Supporting Female Authors in Epic Fantasy and YA

Many people have been talking recently about a post on the Fantasy subreddit, discussing why it can be hard to find female authors of epic fantasy, and why people assume that those female authors who do exist must be writing urban fantasy or YA.

It led to an extended, interesting and depressing conversation, with highlights including examples of war fantasy being given romance-y cover, just because it was written by women, discussion of the pressure on female authors to switch to YA, and author Janny Wurts strongly recommending that new female authors of epic fantasy use their initials or a pseudonym in order to be successful.

And it got me thinking about female fantasy authors, and the relationship between “regular” epic fantasy and YA. As a YA fantasy author myself, I obviously don’t see any problems with female authors writing that genre, and I find it somewhat offensive that people assume a book must be bad purely because it has the YA label (those people have clearly never read books like Shadow and Bone and The Winner’s Curse). As YA is “for children,” and specifically “for girls,” it’s created a kind of safe-haven where debut female authors can receive the sort of advances, marketing budget, and attention that they could only dream of in epic fantasy — but it’s also created the misconception that women should therefore only write YA, and the prevalence and popularity of female authors and female readers has devalued anything in the genre in many readers’ eyes. In short, female authors are shunted off into another genre, and then are considered lesser because they’re there with all the other women.

Meanwhile, we’re told, “real” authors would fight to stay in epic fantasy — but face the fact that they’ll receive little support and are unlikely to have success while they’re there.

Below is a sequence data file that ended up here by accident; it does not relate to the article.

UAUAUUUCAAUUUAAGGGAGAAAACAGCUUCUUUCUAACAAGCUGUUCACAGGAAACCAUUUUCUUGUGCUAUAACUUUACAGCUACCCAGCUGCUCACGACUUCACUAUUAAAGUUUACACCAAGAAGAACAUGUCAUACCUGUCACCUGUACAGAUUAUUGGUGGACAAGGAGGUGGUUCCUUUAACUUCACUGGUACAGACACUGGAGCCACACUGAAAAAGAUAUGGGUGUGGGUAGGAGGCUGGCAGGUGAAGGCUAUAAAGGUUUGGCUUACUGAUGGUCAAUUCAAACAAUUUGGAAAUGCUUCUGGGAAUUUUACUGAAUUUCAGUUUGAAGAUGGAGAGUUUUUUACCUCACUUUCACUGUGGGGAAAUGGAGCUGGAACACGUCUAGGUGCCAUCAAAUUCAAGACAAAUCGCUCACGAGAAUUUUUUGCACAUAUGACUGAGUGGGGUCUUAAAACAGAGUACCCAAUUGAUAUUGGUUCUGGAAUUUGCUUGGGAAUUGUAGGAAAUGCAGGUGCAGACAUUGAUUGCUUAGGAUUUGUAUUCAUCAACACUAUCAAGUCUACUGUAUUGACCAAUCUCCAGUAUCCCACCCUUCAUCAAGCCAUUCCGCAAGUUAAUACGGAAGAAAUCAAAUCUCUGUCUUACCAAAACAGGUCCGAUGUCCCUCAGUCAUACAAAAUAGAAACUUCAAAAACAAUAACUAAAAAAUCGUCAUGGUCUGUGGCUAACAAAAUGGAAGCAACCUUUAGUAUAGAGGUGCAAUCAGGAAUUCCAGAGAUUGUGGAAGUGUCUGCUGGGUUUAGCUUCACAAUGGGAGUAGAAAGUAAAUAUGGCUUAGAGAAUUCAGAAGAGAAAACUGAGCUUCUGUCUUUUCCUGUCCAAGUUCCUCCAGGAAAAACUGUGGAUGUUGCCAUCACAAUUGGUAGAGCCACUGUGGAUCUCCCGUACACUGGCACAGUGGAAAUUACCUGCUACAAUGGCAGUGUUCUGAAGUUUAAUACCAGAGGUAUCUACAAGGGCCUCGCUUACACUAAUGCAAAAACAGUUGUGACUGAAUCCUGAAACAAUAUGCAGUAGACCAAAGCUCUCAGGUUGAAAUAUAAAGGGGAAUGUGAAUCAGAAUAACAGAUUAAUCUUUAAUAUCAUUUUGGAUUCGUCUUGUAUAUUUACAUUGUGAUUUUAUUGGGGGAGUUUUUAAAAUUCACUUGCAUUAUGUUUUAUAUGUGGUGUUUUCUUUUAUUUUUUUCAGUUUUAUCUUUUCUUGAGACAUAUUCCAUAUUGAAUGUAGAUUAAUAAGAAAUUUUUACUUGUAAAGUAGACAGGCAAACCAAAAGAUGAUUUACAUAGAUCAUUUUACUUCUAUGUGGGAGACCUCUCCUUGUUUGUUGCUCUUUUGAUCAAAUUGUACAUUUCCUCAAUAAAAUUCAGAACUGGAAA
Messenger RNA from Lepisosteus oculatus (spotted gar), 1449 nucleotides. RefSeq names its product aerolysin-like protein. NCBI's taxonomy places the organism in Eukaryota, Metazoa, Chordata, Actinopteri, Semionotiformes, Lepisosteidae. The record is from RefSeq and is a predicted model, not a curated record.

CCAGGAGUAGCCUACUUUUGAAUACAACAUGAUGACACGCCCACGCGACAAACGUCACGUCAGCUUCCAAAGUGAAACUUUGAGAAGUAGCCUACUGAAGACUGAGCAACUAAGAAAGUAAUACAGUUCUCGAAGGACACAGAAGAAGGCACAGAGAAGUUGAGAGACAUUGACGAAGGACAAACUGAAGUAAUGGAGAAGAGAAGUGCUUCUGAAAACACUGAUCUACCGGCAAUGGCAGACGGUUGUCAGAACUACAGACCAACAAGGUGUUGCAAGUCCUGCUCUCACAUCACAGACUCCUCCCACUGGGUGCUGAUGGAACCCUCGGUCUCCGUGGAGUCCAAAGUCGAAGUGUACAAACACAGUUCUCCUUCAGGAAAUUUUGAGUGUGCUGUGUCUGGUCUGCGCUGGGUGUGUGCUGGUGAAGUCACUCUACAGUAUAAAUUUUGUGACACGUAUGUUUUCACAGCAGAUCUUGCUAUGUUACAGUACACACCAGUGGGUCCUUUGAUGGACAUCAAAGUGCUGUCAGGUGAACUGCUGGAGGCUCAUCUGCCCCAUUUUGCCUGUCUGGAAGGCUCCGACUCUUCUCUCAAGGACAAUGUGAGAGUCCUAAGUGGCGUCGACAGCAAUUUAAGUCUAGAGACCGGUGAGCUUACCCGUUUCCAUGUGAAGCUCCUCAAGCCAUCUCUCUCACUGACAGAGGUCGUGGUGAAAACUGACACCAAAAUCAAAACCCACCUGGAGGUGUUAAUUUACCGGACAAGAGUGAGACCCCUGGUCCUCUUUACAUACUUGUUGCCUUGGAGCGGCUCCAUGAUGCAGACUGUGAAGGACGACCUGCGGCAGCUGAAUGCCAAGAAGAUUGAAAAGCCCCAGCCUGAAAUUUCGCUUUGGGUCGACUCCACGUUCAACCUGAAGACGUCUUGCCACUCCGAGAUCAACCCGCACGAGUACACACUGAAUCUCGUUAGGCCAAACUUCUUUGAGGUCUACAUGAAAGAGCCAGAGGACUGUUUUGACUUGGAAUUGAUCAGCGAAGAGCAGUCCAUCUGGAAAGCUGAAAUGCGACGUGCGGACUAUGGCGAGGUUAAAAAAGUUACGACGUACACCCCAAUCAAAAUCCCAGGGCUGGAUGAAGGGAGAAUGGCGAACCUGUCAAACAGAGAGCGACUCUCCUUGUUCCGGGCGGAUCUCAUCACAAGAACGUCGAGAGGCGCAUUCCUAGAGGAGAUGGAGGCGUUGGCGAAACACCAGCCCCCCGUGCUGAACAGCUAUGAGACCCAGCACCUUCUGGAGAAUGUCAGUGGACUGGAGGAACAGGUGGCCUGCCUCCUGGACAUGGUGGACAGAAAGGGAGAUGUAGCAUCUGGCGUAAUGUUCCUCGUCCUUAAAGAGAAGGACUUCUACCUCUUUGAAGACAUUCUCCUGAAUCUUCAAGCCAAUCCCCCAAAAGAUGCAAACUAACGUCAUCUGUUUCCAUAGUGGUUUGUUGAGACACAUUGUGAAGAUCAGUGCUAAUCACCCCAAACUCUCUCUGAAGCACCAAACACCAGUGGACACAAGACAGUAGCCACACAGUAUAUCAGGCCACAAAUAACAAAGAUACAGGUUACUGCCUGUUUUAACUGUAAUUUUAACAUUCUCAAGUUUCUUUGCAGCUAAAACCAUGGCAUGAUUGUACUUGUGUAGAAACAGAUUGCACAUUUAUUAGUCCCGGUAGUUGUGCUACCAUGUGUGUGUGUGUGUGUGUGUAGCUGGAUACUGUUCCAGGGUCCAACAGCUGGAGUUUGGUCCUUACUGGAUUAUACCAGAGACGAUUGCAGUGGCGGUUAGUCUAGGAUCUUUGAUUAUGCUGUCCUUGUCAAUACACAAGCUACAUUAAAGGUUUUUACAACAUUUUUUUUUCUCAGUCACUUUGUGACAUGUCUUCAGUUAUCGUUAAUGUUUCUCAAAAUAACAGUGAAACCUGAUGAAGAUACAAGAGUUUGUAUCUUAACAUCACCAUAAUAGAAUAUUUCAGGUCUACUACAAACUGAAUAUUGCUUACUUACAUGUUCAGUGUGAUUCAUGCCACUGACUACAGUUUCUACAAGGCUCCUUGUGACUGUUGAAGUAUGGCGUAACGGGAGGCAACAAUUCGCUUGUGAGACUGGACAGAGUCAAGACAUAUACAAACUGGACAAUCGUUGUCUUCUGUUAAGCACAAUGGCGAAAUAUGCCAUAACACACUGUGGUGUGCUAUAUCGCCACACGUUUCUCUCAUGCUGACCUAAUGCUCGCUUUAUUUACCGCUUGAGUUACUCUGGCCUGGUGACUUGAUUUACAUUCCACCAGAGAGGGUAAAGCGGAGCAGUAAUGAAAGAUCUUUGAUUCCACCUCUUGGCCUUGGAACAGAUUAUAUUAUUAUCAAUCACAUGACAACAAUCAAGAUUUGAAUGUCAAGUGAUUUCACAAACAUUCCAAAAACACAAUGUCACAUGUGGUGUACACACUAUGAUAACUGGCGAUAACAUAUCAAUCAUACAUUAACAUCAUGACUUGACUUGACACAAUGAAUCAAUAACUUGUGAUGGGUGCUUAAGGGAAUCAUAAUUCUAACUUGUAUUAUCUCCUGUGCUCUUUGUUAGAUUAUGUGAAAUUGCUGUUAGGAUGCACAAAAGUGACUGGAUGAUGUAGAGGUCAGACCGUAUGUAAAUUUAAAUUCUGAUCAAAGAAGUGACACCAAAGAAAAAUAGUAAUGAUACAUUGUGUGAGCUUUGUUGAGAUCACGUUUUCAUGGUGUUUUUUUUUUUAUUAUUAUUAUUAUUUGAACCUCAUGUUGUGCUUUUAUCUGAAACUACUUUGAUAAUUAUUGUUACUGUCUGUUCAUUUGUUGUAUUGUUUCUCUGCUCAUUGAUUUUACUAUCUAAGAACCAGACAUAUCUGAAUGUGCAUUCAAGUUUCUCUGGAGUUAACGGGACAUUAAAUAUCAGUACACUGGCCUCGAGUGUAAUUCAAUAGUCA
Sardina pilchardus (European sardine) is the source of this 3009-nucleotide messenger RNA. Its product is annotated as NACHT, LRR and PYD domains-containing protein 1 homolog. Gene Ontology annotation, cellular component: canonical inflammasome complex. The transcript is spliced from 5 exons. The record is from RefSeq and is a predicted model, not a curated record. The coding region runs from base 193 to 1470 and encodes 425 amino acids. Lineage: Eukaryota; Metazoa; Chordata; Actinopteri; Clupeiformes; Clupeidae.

Everything about this invented dichotomy — female writers who sell out, write “bad fantasy” and succeed, and female writers who write “good fantasy” and are ignored — is irritating, to say the least. We shouldn’t need to defend female authors’ work by saying “it’s not YA!” and “it’s actually good!”, as though those were different from the norm.  Women shouldn’t feel like they’re betraying fantasy by choosing to write YA, either out of preference or necessity, or like they have to define themselves as “not like other female writers” in order to succeed.

The UK doesn’t have as big a YA industry as the US, and YA fantasy even less so. In fact, many YA fantasies in the US are published as adult fantasy here. Perhaps that is a blessing in one way, as female authors are not shoe-horned into YA. But it also means that female fantasy authors lose the one not-entirely-romance fantasy genre where they aren’t shoved into the background. With YA fantasy published along with epic fantasy, authors all have to face the same issues with a lack of shelf space and promotional opportunities.